OMG, what the heck did we just see? This imaginative reboot of the Mel Gibson post-apocalyptic action-thriller goes way beyond Thunderdome. After 30 years since the last “Mad Max” sequel, producer-director-writer George Miller returns with a vengeance to create a hedonistic extravaganza that leaves his prior works in the dust.
“Mad Max: Fury Road” is crude, rude and relentlessly attacks your senses. The organized chaos is totally incoherent, but in some ways makes perfect sense. It’s absurd, but easy to follow, and its repulsive characters are somehow compelling. The best way to enjoy or endure it is to tighten your seat belt and hang on for the ride.
For those who remember infamous car designer George Barris’ gorgeous Batmobile, Monkee-mobile, or Munster’s car, these are not those. Miller salvaged and modified more than 300 vehicles from the junkyard for a continuous stream of brutal pursuits. The star vehicle is a Czechoslovakian 18-wheeler crossed with a Chevy Fleetmaster, topped with the shell of a VW bug and equipped with tires spiked on their sides.
Another is a double-decker ’59 Caddy with monster truck tires. Other vehicles feature flamethrowers, tank-tracks, and even a cow-catcher mounted on the front end. With such violent exchanges, Miller has created the evil twin of “Fast & Furious.” Even “F&F” fans might consider this demolition derby a serious case of road rage.
Filmed primarily in the stark deserts of Namibia (Africa), Mad Max (Tom Hardy) survives in a world where civilization is utterly broken, “I am a road warrior.” “My world is fire, and blood.” “I exist in this wasteland, hunted by scavengers.” “As the world fell, it was hard to know who was more crazy; me, or everyone else.” Actually, Max really doesn’t seem that mad or even very angry. He is easily the most sane character in the picture.
On the run, Max meets Furiosa, played with another full-tilt performance by Charlize Theron. She is driving a small group of women to freedom from the vicious tyrant, Immortan Joe (Hugh Keays-Byrne). Joe has an entire fleet hot on their heels. If Furiosa can team with Max, they have a chance for safety in her homeland across the desert.
With limited access to food, water and “guzzoline,” Max and Furiosa are seemingly running from the living and dead. The army of Immortan Joe consists of an albino blue man crew leading zombies amped up on speed. These crazed warriors drive monstrous cars, trucks, dune buggies and motorcycles with more rust and Bondo than paint.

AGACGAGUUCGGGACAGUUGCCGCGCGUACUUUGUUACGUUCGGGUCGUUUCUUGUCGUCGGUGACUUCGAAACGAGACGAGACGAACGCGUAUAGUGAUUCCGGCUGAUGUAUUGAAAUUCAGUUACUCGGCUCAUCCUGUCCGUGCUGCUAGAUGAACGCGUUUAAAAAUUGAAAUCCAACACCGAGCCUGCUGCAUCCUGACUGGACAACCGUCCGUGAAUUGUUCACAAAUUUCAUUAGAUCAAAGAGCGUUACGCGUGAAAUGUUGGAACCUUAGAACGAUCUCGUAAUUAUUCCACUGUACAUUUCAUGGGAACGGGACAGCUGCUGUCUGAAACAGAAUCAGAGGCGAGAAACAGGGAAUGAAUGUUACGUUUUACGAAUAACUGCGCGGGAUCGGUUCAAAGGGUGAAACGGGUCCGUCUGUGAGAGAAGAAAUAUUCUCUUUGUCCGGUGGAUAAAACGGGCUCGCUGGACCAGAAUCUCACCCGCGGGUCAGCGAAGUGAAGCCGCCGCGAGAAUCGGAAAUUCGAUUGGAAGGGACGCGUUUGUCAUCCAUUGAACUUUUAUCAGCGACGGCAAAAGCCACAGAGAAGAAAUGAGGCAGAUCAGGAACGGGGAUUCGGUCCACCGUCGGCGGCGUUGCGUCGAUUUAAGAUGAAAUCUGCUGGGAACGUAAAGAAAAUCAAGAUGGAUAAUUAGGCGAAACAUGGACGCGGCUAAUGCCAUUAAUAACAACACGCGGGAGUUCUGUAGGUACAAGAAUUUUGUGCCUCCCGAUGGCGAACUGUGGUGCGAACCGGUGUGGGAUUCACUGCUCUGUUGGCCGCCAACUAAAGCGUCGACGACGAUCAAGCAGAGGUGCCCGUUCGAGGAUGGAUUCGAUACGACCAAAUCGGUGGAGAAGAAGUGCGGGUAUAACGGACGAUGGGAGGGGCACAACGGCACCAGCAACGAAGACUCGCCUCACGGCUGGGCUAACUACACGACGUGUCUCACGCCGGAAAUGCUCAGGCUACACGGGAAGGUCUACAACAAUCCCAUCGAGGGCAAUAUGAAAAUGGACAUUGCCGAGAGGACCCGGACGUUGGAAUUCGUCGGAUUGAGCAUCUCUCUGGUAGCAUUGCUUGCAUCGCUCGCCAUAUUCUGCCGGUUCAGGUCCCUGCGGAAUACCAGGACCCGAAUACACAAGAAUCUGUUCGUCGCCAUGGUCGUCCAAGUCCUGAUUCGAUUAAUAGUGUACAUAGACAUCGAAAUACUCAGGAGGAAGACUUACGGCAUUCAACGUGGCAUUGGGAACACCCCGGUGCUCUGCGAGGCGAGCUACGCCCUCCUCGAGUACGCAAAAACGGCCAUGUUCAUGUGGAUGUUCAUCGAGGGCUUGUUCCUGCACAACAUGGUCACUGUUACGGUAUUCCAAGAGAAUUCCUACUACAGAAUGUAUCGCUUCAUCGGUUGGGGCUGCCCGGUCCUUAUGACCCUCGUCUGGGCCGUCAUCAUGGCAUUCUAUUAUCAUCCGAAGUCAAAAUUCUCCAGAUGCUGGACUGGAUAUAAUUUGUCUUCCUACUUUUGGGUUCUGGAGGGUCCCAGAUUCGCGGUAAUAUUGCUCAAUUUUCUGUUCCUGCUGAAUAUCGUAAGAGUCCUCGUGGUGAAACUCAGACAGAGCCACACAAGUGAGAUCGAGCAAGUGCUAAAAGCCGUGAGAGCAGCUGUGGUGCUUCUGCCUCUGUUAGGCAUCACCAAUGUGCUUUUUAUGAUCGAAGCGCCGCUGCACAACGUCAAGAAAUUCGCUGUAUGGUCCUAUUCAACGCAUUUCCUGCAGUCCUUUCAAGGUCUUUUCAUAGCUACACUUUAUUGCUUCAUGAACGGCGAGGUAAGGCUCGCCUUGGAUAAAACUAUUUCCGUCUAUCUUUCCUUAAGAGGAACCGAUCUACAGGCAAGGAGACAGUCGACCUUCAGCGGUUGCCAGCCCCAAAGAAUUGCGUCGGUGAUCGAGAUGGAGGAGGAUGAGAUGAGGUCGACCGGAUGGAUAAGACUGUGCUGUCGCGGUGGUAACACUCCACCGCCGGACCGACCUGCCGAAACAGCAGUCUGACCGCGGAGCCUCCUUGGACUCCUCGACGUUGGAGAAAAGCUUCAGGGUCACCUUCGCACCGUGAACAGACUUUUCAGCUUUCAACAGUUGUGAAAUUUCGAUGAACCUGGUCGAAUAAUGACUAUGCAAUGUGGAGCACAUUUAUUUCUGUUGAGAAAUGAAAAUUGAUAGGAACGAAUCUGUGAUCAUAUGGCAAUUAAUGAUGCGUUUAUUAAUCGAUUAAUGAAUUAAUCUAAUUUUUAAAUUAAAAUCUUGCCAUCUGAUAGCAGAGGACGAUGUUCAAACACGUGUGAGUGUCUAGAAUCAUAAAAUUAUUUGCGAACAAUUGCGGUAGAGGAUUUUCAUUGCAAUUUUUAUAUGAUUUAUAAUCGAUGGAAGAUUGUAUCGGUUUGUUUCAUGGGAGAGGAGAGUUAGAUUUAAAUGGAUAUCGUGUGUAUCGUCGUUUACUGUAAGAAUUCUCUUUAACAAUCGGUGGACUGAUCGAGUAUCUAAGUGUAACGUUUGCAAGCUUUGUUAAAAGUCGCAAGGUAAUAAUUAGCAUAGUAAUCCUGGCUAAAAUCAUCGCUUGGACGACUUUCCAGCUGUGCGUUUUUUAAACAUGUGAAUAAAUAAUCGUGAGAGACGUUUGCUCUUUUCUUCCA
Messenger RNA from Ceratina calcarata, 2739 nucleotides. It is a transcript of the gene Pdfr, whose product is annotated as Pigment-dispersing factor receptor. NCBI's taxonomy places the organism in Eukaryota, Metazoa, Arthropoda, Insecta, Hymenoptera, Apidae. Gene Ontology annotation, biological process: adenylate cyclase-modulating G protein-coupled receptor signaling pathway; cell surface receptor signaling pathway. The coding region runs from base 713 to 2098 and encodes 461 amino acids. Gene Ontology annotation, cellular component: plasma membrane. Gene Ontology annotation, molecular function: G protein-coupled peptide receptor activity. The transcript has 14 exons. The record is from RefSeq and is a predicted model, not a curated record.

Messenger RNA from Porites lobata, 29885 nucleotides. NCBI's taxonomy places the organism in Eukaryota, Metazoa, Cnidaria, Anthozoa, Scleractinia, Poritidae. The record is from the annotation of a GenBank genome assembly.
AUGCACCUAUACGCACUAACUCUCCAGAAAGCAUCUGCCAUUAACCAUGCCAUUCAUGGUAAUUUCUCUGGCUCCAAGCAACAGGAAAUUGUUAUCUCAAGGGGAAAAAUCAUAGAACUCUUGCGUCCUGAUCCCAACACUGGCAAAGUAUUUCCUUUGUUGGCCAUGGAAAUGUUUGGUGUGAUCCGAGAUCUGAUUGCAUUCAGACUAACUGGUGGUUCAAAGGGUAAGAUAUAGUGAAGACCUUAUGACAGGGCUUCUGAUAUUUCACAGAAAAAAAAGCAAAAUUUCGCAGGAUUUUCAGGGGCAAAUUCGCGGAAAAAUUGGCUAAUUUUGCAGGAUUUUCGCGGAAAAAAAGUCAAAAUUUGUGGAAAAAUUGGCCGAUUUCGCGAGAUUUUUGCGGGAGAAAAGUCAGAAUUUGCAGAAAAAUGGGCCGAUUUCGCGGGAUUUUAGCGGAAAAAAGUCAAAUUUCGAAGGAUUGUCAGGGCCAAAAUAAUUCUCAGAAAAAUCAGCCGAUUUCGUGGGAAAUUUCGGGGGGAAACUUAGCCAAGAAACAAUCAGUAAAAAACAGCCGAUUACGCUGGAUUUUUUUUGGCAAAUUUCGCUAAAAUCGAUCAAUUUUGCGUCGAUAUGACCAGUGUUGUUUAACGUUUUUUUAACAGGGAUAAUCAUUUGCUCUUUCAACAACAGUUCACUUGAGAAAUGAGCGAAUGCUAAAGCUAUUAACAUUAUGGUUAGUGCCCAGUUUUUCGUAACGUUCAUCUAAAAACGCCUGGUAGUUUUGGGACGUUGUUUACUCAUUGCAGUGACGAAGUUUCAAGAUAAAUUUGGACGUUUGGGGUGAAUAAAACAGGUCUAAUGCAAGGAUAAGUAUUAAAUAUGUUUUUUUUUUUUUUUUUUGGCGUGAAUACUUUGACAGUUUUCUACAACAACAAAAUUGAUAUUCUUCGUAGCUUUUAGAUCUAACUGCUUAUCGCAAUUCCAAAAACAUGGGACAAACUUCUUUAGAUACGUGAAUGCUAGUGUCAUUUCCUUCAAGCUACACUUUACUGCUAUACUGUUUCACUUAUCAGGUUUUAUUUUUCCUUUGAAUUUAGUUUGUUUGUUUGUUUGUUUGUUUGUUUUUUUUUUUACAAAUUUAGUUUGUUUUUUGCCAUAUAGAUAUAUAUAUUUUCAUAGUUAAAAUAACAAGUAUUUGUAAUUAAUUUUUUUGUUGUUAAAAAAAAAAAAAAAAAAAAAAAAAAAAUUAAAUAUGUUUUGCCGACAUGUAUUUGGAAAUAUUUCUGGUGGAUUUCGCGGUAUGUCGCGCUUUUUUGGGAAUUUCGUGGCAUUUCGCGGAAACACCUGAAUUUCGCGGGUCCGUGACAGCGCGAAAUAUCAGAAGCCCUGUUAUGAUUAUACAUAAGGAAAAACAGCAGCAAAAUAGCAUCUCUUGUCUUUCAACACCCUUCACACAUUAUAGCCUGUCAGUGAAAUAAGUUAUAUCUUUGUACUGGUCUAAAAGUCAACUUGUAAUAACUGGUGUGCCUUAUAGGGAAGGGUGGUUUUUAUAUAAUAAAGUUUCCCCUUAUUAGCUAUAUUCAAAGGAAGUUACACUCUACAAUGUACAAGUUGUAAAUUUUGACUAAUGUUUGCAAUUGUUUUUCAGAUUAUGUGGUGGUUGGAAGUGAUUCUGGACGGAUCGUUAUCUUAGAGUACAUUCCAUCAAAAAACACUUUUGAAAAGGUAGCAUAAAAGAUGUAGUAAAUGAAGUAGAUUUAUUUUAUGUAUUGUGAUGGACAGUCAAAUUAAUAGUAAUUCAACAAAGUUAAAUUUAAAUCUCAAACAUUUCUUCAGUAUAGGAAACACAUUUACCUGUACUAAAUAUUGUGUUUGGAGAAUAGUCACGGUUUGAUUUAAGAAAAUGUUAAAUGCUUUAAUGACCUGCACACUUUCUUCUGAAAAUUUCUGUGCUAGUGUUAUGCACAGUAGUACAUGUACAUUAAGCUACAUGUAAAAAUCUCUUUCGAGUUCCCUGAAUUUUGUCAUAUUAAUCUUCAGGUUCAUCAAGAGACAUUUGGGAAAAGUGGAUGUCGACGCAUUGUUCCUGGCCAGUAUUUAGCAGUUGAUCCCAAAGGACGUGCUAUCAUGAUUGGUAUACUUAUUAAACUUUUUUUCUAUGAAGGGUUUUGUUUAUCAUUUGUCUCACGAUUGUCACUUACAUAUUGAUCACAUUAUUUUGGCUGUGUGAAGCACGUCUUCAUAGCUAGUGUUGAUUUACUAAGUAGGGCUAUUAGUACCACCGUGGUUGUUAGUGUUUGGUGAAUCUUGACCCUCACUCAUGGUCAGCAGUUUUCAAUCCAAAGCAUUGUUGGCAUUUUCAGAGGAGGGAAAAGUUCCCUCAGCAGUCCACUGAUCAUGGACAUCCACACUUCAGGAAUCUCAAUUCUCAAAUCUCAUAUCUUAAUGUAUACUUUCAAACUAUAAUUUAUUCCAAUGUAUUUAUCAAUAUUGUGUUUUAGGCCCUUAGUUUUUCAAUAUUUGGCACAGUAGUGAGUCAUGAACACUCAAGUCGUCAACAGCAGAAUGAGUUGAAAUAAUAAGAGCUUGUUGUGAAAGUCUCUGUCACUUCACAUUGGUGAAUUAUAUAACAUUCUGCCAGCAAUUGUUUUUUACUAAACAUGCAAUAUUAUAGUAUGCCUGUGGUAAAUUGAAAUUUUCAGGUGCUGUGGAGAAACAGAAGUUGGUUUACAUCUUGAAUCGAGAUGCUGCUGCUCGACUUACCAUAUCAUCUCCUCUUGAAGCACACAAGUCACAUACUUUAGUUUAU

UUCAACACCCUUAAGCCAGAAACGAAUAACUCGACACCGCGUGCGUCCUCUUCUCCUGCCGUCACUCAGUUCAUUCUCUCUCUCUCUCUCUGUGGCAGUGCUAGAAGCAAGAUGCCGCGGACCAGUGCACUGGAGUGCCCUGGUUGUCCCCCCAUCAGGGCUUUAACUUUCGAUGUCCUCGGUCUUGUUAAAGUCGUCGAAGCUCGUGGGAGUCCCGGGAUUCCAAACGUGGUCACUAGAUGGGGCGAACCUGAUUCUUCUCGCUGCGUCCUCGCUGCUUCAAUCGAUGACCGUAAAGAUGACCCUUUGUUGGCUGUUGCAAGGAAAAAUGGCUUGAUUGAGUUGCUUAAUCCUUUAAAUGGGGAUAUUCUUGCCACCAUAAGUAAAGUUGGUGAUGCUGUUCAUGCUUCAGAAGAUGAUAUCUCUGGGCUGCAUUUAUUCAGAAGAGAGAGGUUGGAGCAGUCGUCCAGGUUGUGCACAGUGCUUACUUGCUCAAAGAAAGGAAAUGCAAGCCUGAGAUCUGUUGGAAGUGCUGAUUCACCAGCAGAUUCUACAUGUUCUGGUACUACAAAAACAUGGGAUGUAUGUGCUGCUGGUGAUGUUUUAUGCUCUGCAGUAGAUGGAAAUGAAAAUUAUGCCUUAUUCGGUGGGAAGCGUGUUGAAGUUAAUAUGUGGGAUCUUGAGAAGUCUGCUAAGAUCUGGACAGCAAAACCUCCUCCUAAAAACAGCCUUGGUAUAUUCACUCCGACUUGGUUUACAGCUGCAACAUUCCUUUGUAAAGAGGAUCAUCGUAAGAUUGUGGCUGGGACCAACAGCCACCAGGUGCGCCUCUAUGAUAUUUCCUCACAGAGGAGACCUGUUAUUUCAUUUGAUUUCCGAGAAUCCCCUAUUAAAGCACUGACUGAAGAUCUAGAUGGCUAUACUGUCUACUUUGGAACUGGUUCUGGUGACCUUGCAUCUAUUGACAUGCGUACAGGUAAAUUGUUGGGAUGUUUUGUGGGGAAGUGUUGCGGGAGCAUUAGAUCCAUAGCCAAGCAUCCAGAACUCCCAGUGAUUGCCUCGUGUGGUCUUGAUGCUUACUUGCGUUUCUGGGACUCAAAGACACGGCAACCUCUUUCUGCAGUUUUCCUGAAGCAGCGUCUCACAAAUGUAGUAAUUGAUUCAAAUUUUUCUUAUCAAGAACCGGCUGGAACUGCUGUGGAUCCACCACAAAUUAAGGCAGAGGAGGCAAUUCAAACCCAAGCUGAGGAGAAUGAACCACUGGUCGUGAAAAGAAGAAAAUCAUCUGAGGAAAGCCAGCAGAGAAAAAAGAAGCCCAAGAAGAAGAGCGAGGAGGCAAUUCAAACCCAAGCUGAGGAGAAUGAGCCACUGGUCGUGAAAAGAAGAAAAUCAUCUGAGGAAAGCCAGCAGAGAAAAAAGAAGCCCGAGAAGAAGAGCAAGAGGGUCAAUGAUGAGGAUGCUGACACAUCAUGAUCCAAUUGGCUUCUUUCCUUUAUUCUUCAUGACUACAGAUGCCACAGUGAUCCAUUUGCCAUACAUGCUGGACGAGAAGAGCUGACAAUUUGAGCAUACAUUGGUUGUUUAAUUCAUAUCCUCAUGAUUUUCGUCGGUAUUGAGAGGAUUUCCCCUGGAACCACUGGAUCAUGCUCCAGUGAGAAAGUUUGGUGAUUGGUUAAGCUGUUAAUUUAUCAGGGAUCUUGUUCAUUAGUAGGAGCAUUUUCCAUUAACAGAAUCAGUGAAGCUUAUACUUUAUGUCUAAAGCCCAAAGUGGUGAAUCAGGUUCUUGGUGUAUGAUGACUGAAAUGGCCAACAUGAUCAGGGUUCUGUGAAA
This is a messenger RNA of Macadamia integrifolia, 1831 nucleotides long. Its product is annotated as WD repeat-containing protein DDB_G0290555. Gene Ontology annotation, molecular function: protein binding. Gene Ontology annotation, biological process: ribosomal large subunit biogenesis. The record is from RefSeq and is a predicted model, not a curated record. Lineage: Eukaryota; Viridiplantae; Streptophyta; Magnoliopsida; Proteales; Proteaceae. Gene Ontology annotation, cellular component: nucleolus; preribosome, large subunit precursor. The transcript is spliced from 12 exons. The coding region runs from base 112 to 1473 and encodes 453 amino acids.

The convoy carries Cirque du Soleil-type stuntmen swinging from 20-foot poles while the hood of the lead vehicle is adorned with a heavy metal guitarist. To gain additional speed, they ride on the hood and spit fuel into the carbuerator. Eighty percent of the innovative gags are performed old school with low-tech stuntmen and minimal special effects.
This Australian production features yet another non-Aussie born Max (Gibson born in New York and Hardy in England). The characters feature curious names, such as Nux, Silt, Rictus Erectus, Toast the Knowing, The Doof Warrior and The Organic Mechanic. Included amongst the CGI cast of thousands are Riley Keough (granddaughter of Elvis Presley) and Zoe Kravitz (daughter of Lenny Kravitz and Lisa Bonet).
“Mad Max: Fury Road” is two hours and rated R for intense sequences of violence and disturbing images. Theron’s performance is so remarkable, it could have been titled “Furious Furiosa.” As they experience a worse drought than California, another appropriate title could have been “Eat My Dust.”
This big budget reboot is not a remake of the original, taking place years afterwards. The film is a continuously over-the-top chase with little dialog and even less time to catch your breath. The offensive characters are critically deranged for non-stop mayhem. Love or hate Mad Max, it is thoroughly maddening and definitely maxed out.
Ron’s Rating: A Leigh’s Rating: F